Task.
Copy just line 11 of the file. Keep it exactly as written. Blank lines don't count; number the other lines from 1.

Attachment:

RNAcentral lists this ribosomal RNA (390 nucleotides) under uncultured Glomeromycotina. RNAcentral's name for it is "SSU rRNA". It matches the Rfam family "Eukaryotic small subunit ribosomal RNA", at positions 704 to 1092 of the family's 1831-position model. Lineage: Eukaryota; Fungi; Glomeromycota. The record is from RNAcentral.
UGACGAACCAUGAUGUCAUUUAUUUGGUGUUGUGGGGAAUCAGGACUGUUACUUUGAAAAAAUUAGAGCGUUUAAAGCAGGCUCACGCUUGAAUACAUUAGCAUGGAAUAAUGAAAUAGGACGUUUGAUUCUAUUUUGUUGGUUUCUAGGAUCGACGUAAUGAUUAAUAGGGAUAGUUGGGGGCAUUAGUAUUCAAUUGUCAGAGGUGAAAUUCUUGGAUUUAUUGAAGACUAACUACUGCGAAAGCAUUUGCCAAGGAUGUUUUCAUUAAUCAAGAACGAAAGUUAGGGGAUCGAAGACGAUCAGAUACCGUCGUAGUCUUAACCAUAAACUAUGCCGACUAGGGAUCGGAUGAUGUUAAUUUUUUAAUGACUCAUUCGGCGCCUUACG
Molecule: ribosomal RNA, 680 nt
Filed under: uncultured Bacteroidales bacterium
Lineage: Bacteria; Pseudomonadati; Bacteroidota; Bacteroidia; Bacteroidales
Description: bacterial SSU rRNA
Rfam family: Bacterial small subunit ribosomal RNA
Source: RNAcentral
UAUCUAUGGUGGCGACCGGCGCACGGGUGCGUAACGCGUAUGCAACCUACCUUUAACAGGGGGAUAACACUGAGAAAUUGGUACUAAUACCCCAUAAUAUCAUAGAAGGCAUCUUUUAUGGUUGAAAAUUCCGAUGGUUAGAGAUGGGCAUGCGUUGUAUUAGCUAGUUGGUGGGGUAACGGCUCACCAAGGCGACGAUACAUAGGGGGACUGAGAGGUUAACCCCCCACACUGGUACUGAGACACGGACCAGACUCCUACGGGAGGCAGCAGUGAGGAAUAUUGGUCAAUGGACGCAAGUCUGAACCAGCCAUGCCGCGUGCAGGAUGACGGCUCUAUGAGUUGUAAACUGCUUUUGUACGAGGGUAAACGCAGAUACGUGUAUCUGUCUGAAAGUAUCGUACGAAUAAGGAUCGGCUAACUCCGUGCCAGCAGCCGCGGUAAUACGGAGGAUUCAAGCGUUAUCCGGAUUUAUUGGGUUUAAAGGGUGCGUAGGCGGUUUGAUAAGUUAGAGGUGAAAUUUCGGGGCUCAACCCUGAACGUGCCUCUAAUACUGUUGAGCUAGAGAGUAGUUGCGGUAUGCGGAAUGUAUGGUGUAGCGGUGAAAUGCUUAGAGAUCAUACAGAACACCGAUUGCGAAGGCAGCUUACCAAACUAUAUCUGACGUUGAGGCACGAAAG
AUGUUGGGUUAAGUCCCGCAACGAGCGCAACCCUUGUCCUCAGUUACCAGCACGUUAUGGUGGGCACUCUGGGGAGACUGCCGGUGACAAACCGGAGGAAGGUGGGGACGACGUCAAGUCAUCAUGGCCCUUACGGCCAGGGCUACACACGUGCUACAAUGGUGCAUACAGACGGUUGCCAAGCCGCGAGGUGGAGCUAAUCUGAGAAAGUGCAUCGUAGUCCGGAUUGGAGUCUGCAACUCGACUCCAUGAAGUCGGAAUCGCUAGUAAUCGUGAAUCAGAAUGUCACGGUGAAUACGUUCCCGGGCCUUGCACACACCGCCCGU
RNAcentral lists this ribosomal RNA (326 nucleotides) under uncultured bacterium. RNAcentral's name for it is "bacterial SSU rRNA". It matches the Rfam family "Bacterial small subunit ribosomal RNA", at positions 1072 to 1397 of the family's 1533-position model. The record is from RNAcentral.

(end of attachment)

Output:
RNAcentral lists this ribosomal RNA (326 nucleotides) under uncultured bacterium. RNAcentral's name for it is "bacterial SSU rRNA". It matches the Rfam family "Bacterial small subunit ribosomal RNA", at positions 1072 to 1397 of the family's 1533-position model. The record is from RNAcentral.